The Earthquake Commission's assets are now as low as $287 million, and will soon reach the $200m mark that triggers the Crown guarantee to top up the Natural Disaster Fund.
The Crown guarantee has never been triggered in the 73 years EQC has existed.
EQC has written to Minister Megan Woods telling her the state of its net assets.
Ms Woods told Checkpoint with John Campbell she knew this day would come.
How much the government thinks will be needed is "something that needs to be worked through", she said.
"This is something that we've known since we became government, it's something that we've known is coming while we've put together this Budget it has not been far from our thinking, so it is certainly accounted for."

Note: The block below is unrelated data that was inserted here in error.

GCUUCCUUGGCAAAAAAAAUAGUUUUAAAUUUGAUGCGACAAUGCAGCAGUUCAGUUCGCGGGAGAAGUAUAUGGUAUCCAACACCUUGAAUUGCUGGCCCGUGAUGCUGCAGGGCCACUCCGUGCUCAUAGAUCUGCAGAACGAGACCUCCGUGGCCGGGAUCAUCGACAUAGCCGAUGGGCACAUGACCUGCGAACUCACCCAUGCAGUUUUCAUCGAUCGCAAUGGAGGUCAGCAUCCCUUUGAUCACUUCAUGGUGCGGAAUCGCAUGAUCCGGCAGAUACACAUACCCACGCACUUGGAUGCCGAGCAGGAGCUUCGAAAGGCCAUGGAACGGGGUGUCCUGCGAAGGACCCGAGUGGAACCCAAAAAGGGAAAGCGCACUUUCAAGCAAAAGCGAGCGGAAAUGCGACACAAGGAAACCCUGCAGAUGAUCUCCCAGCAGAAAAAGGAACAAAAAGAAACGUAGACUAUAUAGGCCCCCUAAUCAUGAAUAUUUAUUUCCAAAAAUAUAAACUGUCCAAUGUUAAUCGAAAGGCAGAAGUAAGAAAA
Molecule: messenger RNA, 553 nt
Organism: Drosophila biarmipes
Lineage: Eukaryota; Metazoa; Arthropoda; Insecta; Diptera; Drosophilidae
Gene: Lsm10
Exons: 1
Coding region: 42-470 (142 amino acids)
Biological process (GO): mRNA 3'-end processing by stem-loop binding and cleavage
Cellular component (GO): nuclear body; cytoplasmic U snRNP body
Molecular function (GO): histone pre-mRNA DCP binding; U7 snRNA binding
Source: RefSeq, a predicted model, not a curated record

The fund had $6.4 billion in it before the Christchurch earthquakes, and has been depleted due to the earthquakes in Christchurch, Kaikōura and Wellington, and flood events, such as in Whanganui and Edgecumbe.
EQC was working on a plan to refuel the fund as it was a case of "when, not if" New Zealand had another significant earthquake, Ms Woods said.
"But the Crown guarantee sits behind EQC and that's something in which New Zealanders can have a great deal of faith in their level of cover in New Zealand and one of the reasons why reinsurers look on us so favourably."
The fund consists of levies paid as part of home and contents insurance policies, and EQC pays $10m a year to the Crown for its guarantee.